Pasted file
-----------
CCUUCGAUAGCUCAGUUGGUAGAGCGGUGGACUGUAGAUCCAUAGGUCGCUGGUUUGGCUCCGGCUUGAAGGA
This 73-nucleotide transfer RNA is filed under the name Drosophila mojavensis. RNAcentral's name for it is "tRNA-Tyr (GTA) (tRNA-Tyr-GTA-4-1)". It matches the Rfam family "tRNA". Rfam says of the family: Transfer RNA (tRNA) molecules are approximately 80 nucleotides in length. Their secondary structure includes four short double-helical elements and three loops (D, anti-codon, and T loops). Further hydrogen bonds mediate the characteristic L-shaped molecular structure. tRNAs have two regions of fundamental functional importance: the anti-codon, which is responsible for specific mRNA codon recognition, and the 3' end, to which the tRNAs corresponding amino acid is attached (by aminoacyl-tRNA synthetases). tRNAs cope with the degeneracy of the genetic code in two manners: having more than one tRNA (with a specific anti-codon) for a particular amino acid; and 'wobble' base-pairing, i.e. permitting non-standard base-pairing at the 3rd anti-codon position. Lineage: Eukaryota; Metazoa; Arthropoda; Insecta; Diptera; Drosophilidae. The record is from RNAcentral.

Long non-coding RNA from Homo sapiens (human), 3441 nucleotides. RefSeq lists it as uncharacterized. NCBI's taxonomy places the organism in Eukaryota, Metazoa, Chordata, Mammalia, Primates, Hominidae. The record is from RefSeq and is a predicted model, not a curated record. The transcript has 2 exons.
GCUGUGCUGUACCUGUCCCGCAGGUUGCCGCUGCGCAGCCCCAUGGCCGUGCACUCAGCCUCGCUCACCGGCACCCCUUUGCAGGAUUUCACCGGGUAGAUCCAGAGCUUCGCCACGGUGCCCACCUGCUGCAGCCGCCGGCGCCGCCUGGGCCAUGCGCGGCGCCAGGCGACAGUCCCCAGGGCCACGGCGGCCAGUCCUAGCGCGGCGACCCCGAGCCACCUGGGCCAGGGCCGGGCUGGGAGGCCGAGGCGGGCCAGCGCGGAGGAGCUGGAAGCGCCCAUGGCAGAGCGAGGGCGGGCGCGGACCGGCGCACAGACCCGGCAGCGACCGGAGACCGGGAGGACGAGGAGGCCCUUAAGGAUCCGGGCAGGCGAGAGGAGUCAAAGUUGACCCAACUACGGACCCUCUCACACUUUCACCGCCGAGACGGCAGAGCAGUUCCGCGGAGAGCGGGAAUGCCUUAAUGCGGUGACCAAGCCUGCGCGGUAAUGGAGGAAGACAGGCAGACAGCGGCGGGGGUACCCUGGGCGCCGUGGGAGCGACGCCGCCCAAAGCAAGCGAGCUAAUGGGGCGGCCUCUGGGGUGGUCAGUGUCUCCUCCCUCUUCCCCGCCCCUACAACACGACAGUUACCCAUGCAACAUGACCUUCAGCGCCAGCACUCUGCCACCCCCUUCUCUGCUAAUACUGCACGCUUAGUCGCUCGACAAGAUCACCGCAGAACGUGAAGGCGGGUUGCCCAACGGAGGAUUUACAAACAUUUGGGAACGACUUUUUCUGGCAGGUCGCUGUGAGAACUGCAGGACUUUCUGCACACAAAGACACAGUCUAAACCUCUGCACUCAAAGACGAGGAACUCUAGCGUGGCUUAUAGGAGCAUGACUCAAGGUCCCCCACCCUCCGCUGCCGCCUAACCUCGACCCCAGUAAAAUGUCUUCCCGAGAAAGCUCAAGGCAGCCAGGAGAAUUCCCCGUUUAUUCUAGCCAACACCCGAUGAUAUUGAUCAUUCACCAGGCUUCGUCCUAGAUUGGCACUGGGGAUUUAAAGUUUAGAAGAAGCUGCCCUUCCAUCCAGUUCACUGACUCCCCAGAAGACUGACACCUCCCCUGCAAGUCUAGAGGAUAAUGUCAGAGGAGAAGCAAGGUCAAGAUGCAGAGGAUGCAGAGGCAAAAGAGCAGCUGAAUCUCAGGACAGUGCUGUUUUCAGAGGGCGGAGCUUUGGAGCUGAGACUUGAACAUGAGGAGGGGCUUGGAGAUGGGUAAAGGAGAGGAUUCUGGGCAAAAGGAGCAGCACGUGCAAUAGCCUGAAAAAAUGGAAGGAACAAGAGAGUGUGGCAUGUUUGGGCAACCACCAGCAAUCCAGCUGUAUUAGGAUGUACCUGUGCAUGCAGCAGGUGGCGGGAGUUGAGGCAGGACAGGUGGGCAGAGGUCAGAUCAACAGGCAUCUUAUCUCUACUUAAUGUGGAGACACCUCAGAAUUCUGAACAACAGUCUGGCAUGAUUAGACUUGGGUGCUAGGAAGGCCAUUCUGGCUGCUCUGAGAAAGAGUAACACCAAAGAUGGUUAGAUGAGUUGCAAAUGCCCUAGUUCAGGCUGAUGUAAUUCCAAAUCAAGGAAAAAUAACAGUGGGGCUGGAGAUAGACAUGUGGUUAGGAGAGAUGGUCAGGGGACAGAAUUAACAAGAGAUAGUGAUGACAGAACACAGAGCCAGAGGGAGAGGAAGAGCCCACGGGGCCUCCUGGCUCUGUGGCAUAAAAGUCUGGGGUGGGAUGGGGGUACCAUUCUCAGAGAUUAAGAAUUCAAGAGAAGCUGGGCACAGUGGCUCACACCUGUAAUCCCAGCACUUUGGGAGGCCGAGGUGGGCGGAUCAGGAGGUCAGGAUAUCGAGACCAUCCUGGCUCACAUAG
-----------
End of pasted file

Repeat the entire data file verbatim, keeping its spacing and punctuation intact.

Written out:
CCUUCGAUAGCUCAGUUGGUAGAGCGGUGGACUGUAGAUCCAUAGGUCGCUGGUUUGGCUCCGGCUUGAAGGA
This 73-nucleotide transfer RNA is filed under the name Drosophila mojavensis. RNAcentral's name for it is "tRNA-Tyr (GTA) (tRNA-Tyr-GTA-4-1)". It matches the Rfam family "tRNA". Rfam says of the family: Transfer RNA (tRNA) molecules are approximately 80 nucleotides in length. Their secondary structure includes four short double-helical elements and three loops (D, anti-codon, and T loops). Further hydrogen bonds mediate the characteristic L-shaped molecular structure. tRNAs have two regions of fundamental functional importance: the anti-codon, which is responsible for specific mRNA codon recognition, and the 3' end, to which the tRNAs corresponding amino acid is attached (by aminoacyl-tRNA synthetases). tRNAs cope with the degeneracy of the genetic code in two manners: having more than one tRNA (with a specific anti-codon) for a particular amino acid; and 'wobble' base-pairing, i.e. permitting non-standard base-pairing at the 3rd anti-codon position. Lineage: Eukaryota; Metazoa; Arthropoda; Insecta; Diptera; Drosophilidae. The record is from RNAcentral.

Long non-coding RNA from Homo sapiens (human), 3441 nucleotides. RefSeq lists it as uncharacterized. NCBI's taxonomy places the organism in Eukaryota, Metazoa, Chordata, Mammalia, Primates, Hominidae. The record is from RefSeq and is a predicted model, not a curated record. The transcript has 2 exons.
GCUGUGCUGUACCUGUCCCGCAGGUUGCCGCUGCGCAGCCCCAUGGCCGUGCACUCAGCCUCGCUCACCGGCACCCCUUUGCAGGAUUUCACCGGGUAGAUCCAGAGCUUCGCCACGGUGCCCACCUGCUGCAGCCGCCGGCGCCGCCUGGGCCAUGCGCGGCGCCAGGCGACAGUCCCCAGGGCCACGGCGGCCAGUCCUAGCGCGGCGACCCCGAGCCACCUGGGCCAGGGCCGGGCUGGGAGGCCGAGGCGGGCCAGCGCGGAGGAGCUGGAAGCGCCCAUGGCAGAGCGAGGGCGGGCGCGGACCGGCGCACAGACCCGGCAGCGACCGGAGACCGGGAGGACGAGGAGGCCCUUAAGGAUCCGGGCAGGCGAGAGGAGUCAAAGUUGACCCAACUACGGACCCUCUCACACUUUCACCGCCGAGACGGCAGAGCAGUUCCGCGGAGAGCGGGAAUGCCUUAAUGCGGUGACCAAGCCUGCGCGGUAAUGGAGGAAGACAGGCAGACAGCGGCGGGGGUACCCUGGGCGCCGUGGGAGCGACGCCGCCCAAAGCAAGCGAGCUAAUGGGGCGGCCUCUGGGGUGGUCAGUGUCUCCUCCCUCUUCCCCGCCCCUACAACACGACAGUUACCCAUGCAACAUGACCUUCAGCGCCAGCACUCUGCCACCCCCUUCUCUGCUAAUACUGCACGCUUAGUCGCUCGACAAGAUCACCGCAGAACGUGAAGGCGGGUUGCCCAACGGAGGAUUUACAAACAUUUGGGAACGACUUUUUCUGGCAGGUCGCUGUGAGAACUGCAGGACUUUCUGCACACAAAGACACAGUCUAAACCUCUGCACUCAAAGACGAGGAACUCUAGCGUGGCUUAUAGGAGCAUGACUCAAGGUCCCCCACCCUCCGCUGCCGCCUAACCUCGACCCCAGUAAAAUGUCUUCCCGAGAAAGCUCAAGGCAGCCAGGAGAAUUCCCCGUUUAUUCUAGCCAACACCCGAUGAUAUUGAUCAUUCACCAGGCUUCGUCCUAGAUUGGCACUGGGGAUUUAAAGUUUAGAAGAAGCUGCCCUUCCAUCCAGUUCACUGACUCCCCAGAAGACUGACACCUCCCCUGCAAGUCUAGAGGAUAAUGUCAGAGGAGAAGCAAGGUCAAGAUGCAGAGGAUGCAGAGGCAAAAGAGCAGCUGAAUCUCAGGACAGUGCUGUUUUCAGAGGGCGGAGCUUUGGAGCUGAGACUUGAACAUGAGGAGGGGCUUGGAGAUGGGUAAAGGAGAGGAUUCUGGGCAAAAGGAGCAGCACGUGCAAUAGCCUGAAAAAAUGGAAGGAACAAGAGAGUGUGGCAUGUUUGGGCAACCACCAGCAAUCCAGCUGUAUUAGGAUGUACCUGUGCAUGCAGCAGGUGGCGGGAGUUGAGGCAGGACAGGUGGGCAGAGGUCAGAUCAACAGGCAUCUUAUCUCUACUUAAUGUGGAGACACCUCAGAAUUCUGAACAACAGUCUGGCAUGAUUAGACUUGGGUGCUAGGAAGGCCAUUCUGGCUGCUCUGAGAAAGAGUAACACCAAAGAUGGUUAGAUGAGUUGCAAAUGCCCUAGUUCAGGCUGAUGUAAUUCCAAAUCAAGGAAAAAUAACAGUGGGGCUGGAGAUAGACAUGUGGUUAGGAGAGAUGGUCAGGGGACAGAAUUAACAAGAGAUAGUGAUGACAGAACACAGAGCCAGAGGGAGAGGAAGAGCCCACGGGGCCUCCUGGCUCUGUGGCAUAAAAGUCUGGGGUGGGAUGGGGGUACCAUUCUCAGAGAUUAAGAAUUCAAGAGAAGCUGGGCACAGUGGCUCACACCUGUAAUCCCAGCACUUUGGGAGGCCGAGGUGGGCGGAUCAGGAGGUCAGGAUAUCGAGACCAUCCUGGCUCACAUAG